Now, celebrating Holi in this region isn’t for the weak at heart. The festivities do begin with the people casually putting gulal on cheeks, but it slowly moves on to a more physical celebration as coloured water comes into play. All this though is amidst a lot of laughter and revelry, ever increasing, as the number of people involved multiply with each passion hour.
Witnessing and partaking in Holi at Nandgaon is a once in a lifetime experience that, if you get the opportunity, you should never miss out on. The trick to enjoying Holi in Barsana, Nandgaon, and Vrindavan, as an outsider, is being ready for it, both mentally and physically.
How can you do that?
Below, I’ve jotted down some more of my observations, tips, and thoughts that could help you plan your trip better…
Holi is a physical festival. You simply cannot expect, if you go out – anywhere in India for that matter – to not get colour and water thrown on you. It is also one of the few festivals where strangers are more than likely to walk up to you and put colour on you.
That’s the magic of Holi; it breaks down barriers and brings people closer together.
Going to Nandgaon and being there for Holi is taken as a sign that you want to be part of the celebrations. If you don’t want too much colour on yourself, use a raincoat or a poncho. People will still come and wish you “Happy Holi” by putting colour on your cheeks, and they might aim their Pichkaris (water-guns) at you… but that is it.
If you are there to play or even photograph, do not expect that colours will be thrown at your request. No one will ask for your permission, but most people are generally careful not to throw water on the face. When they put colour, most usually do so in a civilised manner. The rest of your body is fair play with regards to the pichkaris and how to save yourself – by running away, turning around – is entirely up to you and part of the fun as well.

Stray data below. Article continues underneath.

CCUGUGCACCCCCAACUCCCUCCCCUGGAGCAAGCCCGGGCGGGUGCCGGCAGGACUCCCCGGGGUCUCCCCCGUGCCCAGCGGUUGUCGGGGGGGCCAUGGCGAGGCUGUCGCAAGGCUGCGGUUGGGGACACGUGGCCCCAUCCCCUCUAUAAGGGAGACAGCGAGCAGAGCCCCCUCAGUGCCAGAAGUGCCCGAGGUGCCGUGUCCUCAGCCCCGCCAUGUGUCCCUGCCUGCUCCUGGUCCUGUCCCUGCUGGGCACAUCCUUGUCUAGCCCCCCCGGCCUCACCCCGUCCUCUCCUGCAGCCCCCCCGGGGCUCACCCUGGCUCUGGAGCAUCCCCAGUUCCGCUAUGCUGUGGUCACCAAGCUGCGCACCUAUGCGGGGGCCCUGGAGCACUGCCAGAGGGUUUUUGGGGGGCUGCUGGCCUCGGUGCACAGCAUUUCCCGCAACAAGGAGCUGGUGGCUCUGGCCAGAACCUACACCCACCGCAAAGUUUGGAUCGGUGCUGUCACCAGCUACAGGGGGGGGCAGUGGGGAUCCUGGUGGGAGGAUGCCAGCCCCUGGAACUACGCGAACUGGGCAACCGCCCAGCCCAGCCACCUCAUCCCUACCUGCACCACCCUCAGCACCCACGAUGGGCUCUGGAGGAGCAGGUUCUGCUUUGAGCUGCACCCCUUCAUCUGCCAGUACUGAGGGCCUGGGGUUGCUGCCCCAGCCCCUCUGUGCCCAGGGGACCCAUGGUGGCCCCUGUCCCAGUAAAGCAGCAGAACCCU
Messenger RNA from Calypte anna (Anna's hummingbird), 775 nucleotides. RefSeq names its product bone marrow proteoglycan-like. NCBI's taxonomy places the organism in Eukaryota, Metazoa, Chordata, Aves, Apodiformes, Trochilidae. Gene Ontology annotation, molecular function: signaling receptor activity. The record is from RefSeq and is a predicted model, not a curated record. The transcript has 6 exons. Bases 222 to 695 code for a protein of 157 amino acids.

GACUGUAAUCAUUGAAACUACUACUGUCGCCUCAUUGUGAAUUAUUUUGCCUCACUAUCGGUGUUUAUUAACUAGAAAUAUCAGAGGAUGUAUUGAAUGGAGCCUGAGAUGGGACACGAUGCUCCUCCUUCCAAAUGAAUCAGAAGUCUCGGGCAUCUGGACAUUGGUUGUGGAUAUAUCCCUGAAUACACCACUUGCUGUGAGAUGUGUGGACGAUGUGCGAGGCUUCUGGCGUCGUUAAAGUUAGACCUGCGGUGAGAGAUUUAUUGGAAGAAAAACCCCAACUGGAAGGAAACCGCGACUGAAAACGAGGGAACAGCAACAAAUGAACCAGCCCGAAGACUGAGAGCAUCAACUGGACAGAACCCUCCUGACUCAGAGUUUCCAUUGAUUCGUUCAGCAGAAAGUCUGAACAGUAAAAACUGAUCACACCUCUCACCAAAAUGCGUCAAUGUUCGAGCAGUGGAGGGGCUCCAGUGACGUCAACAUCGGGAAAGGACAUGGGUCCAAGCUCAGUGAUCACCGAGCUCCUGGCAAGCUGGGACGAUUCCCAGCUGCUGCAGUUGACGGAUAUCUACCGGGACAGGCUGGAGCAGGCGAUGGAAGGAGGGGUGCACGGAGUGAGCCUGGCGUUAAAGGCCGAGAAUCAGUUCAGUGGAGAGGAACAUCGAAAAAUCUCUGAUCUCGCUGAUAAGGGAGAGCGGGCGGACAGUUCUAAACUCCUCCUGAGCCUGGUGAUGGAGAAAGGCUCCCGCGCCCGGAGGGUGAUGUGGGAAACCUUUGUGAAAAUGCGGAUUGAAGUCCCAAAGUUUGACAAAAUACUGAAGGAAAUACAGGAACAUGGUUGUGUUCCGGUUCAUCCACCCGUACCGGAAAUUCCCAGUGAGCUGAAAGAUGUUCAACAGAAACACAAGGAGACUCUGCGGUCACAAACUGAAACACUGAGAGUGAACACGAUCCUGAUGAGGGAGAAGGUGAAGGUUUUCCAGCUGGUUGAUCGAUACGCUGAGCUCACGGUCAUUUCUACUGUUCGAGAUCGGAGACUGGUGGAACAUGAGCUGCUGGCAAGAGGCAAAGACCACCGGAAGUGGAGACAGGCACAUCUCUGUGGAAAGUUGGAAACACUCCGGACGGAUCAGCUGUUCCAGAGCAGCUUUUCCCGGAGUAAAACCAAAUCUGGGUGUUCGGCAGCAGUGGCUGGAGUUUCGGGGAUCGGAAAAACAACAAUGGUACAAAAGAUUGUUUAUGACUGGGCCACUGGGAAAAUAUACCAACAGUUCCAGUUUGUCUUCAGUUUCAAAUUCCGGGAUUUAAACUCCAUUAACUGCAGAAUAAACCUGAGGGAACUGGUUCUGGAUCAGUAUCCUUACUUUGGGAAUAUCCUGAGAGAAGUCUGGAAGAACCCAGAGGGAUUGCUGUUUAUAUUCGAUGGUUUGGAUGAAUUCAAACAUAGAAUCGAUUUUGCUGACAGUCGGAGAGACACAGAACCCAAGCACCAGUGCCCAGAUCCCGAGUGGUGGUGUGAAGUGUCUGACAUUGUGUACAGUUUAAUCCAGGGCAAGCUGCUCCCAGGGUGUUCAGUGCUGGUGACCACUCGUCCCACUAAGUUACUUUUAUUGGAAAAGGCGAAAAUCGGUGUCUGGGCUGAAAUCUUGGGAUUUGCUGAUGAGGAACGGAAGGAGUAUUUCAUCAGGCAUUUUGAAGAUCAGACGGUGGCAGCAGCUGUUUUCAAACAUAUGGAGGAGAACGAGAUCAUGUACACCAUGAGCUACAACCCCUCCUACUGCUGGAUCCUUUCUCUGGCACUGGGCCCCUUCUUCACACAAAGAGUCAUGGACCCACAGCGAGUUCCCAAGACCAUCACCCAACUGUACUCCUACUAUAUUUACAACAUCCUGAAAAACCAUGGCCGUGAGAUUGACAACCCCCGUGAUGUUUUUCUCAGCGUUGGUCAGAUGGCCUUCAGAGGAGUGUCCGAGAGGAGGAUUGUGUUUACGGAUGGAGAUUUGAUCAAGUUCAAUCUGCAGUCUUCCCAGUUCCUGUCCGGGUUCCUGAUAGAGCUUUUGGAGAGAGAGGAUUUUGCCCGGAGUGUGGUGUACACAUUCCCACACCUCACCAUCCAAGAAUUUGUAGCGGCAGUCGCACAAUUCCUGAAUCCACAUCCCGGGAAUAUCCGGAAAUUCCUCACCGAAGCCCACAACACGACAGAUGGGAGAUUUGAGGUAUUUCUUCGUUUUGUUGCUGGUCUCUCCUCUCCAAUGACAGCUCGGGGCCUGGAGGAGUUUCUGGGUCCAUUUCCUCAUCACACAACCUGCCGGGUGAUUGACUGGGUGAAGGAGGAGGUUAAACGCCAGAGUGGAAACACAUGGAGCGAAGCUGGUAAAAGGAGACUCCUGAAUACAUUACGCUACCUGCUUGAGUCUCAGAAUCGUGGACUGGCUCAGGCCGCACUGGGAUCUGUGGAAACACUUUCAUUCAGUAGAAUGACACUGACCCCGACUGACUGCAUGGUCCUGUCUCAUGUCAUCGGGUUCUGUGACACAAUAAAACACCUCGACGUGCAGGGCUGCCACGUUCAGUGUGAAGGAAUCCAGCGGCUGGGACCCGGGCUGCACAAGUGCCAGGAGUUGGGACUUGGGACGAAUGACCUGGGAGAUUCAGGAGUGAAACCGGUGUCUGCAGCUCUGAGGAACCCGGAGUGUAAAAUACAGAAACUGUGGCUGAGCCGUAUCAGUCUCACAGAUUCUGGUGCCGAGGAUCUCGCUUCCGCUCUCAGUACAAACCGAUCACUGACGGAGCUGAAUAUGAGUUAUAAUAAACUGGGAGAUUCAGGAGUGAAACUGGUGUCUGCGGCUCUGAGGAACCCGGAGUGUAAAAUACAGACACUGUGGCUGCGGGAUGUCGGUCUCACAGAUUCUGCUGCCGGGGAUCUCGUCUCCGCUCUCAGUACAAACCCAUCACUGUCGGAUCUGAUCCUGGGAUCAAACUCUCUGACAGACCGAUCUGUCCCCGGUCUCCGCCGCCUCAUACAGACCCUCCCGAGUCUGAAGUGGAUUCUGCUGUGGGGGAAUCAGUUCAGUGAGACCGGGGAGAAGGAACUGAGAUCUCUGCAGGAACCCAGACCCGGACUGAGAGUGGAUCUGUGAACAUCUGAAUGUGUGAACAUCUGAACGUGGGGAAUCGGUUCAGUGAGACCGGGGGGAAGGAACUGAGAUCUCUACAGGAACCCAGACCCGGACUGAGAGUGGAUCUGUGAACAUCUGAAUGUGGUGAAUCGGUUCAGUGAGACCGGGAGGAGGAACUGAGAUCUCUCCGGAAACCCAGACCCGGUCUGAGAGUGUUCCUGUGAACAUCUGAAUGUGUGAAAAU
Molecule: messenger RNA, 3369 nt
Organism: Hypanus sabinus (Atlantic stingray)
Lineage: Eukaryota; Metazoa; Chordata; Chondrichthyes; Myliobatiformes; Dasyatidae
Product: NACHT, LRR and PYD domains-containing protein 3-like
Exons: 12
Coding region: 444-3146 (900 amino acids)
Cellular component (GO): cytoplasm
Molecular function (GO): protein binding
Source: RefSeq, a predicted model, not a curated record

If there to photograph, make sure you protect your camera as having an expensive camera in your hands doesn’t exclude you from being a “target”. While I chickened out from taking my DSLR, many people brought really expansive cameras with them, albeit adequately covered in rain-covers or homemade hacks.
There is one matter of grave concern, and that is of unwanted harassment of women. Unfortunately, there are miscreants that take advantage of the enormous crowds and the scene to inappropriately touch women. But, this is few and far between. There is no question that this issue should be brought to notice; however, it would also be wrong to use terms such as “Un-Holi” in regards to the celebrations at Nandgaon. These are acts of some desperate individuals, and everyone present shouldn’t be labelled because of that.
In a perfect world these occurrences would never happen and the more it is talked about, the more there is a chance that it will lessen over time; till then, women should take precautions like they would in any public place – crowded trains/buses, concerts, or any such gatherings which have “uncontrollable” crowds.